[88] See supra notes 64-81 and accompanying text. Appellate courts in Florida are not required to write opinions. Statistics furnished by the five district courts of appeal for 1996 reflect that, on the average, about 40% of all final appeals are affirmed without opinion. Accordingly, there are likely more appeals produced by unobjected-to error in closing argument than the opinions cited in this Article. Return to text.

[89] See, e.g., Norman v. Gloria Farms, Inc., 668 So. 2d 1016, 1022 (Fla. 4th DCA 1996). Return to text.

[90] See Wasden v. Seaboard Coast Line R.R., 474 So. 2d 825, 832 (Fla. 2d DCA 1985). Return to text.

[91] See, e.g., Eichelkraut v. Kash N' Karry Food Stores, 644 So. 2d 90, 91 (Fla. 2d DCA 1994) (holding that the closing argument at trial did not deny the defendant a fair trial); Gregory v. Seaboard Sys. R.R., 484 So. 2d 35, 36 (Fla. 2d DCA 1986) (disagreeing with the trial court's conclusion that the closing argument was fundamental error). Return to text.

[92] See Hagan v. Sun Bank, 666 So. 2d 580, 585 (Fla. 2d DCA 1996) (personal injury action). Return to text.

[93] See, e.g., Goutis v. Express Transp., Inc., 699 So. 2d 757, 764 (Fla. 4th DCA 1997) (finding that an attorney's questions and comments were not golden rule arguments or improper personal opinions); Rutherford v. Lyzak, 698 So. 2d 1305, 1306 (Fla. 4th DCA 1997) (stating that an objection must be made even where there is improper argument). Return to text.

[94] See FLA. R. APP. P. 9.110(a)(4). Return to text.

[95] 237 So. 2d 134 (Fla. 1970). Return to text.

[96] Id. at 137 (citing State v. Heisler, 272 P.2d 660, 670 (N.M. 1954); Holman v. State, 262 P.2d 456, 457-58 (Okla. 1953); Goodhue v. Fuller, 193 S.W. 170, 172 (Tex. Civ. App. 1917)). Return to text.

[97] See Rubin v. Sanford, 218 So. 2d 177, 178 (Fla. 3d DCA), quashed by 237 So. 2d 134 (Fla. 1970). Return to text.

[98] See Sanford, 237 So. 2d at 138. Return to text.

[99] See Seaboard Air Line R.R. v. Strickland, 88 So. 2d 514, 523 (Fla. 1956). Return to text.

[100] See Sanford, 237 So. 2d at 137. Return to text.

[101] 130 So. 2d 580 (Fla. 1961). Return to text.

[102] See id. at 587 (noting that the First District Court of Appeal stated that the improper remarks made by counsel deserved timely objection). Return to text.

[103] See Apalachicola N.R.R. v. Tyus, 114 So. 2d 33, 37 (Fla. 1st DCA 1959). Return to text.

[104] Tyus v. Apalachicola N.R.R., 130 So. 2d 580, 587 (Fla. 1961). Return to text.

[105] See id. at 591-93 (O'Connell, J., dissenting). Return to text.

[106] See id. at 591-92. Return to text.

[107] Id. at 592. Return to text.

[108] See id. Return to text.

[109] Id. Return to text.

[110] Id. at 593. Return to text.

[111] Id. at 588. Return to text.

[112] See id. Return to text.

[113] 630 So. 2d. 1080 (Fla. 1994) (appealing the death penalty). Return to text.

[114] Id. at 1084 (quoting State v. Johnson, 616 So. 2d 1, 3 (Fla. 1993)). Return to text.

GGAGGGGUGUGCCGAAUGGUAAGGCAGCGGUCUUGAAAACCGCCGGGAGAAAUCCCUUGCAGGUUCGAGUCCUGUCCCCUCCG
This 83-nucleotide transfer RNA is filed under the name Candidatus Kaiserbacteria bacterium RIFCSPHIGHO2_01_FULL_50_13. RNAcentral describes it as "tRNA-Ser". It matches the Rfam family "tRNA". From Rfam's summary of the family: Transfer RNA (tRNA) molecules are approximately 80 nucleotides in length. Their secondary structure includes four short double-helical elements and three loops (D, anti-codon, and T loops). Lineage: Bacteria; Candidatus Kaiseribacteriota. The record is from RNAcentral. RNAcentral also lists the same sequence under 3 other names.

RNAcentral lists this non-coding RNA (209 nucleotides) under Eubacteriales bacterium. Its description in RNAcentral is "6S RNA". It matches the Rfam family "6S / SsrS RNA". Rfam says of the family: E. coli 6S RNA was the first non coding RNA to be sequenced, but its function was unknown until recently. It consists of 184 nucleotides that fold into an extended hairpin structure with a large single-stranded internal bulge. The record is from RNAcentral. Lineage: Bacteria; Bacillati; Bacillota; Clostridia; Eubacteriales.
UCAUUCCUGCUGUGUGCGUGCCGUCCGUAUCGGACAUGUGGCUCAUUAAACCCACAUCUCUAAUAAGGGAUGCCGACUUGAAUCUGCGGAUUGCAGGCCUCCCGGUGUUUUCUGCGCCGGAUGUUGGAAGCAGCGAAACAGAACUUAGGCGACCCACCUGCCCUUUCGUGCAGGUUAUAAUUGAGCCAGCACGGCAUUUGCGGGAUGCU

[115] See id. at 1083-84. Return to text.

[116] 403 So. 2d 956 (Fla. 1981). Return to text.

[117] Id. at 960 (citing Sanford v. Rubin, 237 So. 2d 134, 137 (Fla. 1970)). Return to text.

[118] See id. at 959. Return to text.

[119] See id. at 958. Return to text.

[120] Id. at 960. Return to text.

[121] See supra Part III.B. Return to text.

[122] OLIVER WENDELL HOLMES, THE COMMON LAW, reprinted in THE COMMON LAW AND OTHER WRITINGS 1 (Legal Classics Library 1982) (1881). Return to text.

[123] See Garren v. State, 528 So. 2d 353, 359 (Fla. 1988) (stating that the prosecutor made several remarks which were so egregious that mistrial was the only remedy and that violations of the golden rule are clearly prohibited); Goutis v. Express Transp., Inc., 699 So. 2d 757, 760 (Fla. 4th DCA 1997) (stating that golden rule arguments are impermissible because they encourage jurors to decide cases on personal interest and bias rather than on the evidence). Return to text.

[124] See Bullock v. Branch, 130 So. 2d 74, 77 (Fla. 1st DCA 1961). Return to text.

[125] See Miku v. Olmen, 193 So. 2d 17, 18 (Fla. 4th DCA 1966). Return to text.

[126] See Cleveland Clinic Fla. v. Wilson, 685 So. 2d 15, 15 (Fla. 4th DCA 1996) (holding that a golden rule argument is subject to the harmless error doctrine because a golden rule argument may not result in a miscarriage of justice). Return to text.

[127] 693 So. 2d 1068, 1069 (Fla. 4th DCA 1997). Return to text.

[128] 685 So. 2d 15 (Fla. 4th DCA 1996). Return to text.

[129] See Grushoff, 693 So. 2d at 1069 (citing Cleveland Clinic Fla. v. Wilson, 685 So. 2d 15, 17 (Fla. 4th DCA 1996) (Farmer, J., concurring)). Return to text.

[130] See Tremblay v. Santa Rosa County, 688 So. 2d 985, 986 (Fla. 1st DCA 1997). Return to text.

[131] See Kaas v. Atlas Chem. Co., 623 So. 2d 525, 526 (Fla. 3d DCA 1993). Return to text.

[132] See Forman v. Wallshein, 671 So. 2d 872, 873 (Fla. 3d DCA 1996). Return to text.

[133] See Pacifico v. State, 642 So. 2d 1178, 1183 (Fla. 1st DCA 1994); Bass v. State, 547 So. 2d 680, 682-83 (Fla. 1st DCA 1989); Redish v. State, 525 So. 2d 928, 930 (Fla. 1st DCA 1988). Return to text.

[134] R. REGULATING FLA. BAR 4-3.4(e). Return to text.

[135] Compare Forman, 671 So. 2d at 874-75 (noting that the use of "I think" or "I believe" is often a figure of speech) with Muhammad v. Toys "R" Us, Inc., 668 So. 2d 254, 257-58 (Fla. 1st DCA 1996) (objecting to a lawyer's use of "I think" in closing argument). Return to text.

[136] See Forman, 671 So. 2d at 874-75. Return to text.

[137] See Muhammad, 668 So. 2d at 257-58 (holding that comments by retailer's counsel in closing argument violated the rule of professional conduct prohibiting an attorney at trial from offering personal opinion as to justness of a cause or credibility of witnesses). Return to text.

[138] 671 So. 2d 872 (Fla. 3d DCA 1996). Return to text.

[139] See Goutis v. Express Transp., Inc., 699 So. 2d 757, 763 (Fla. 4th DCA 1997) (discussing a number of different comments that prompted the trial court to grant a new trial). Return to text.

[140] See id. at 760-65. Return to text.

[141] Id. at 765. Return to text.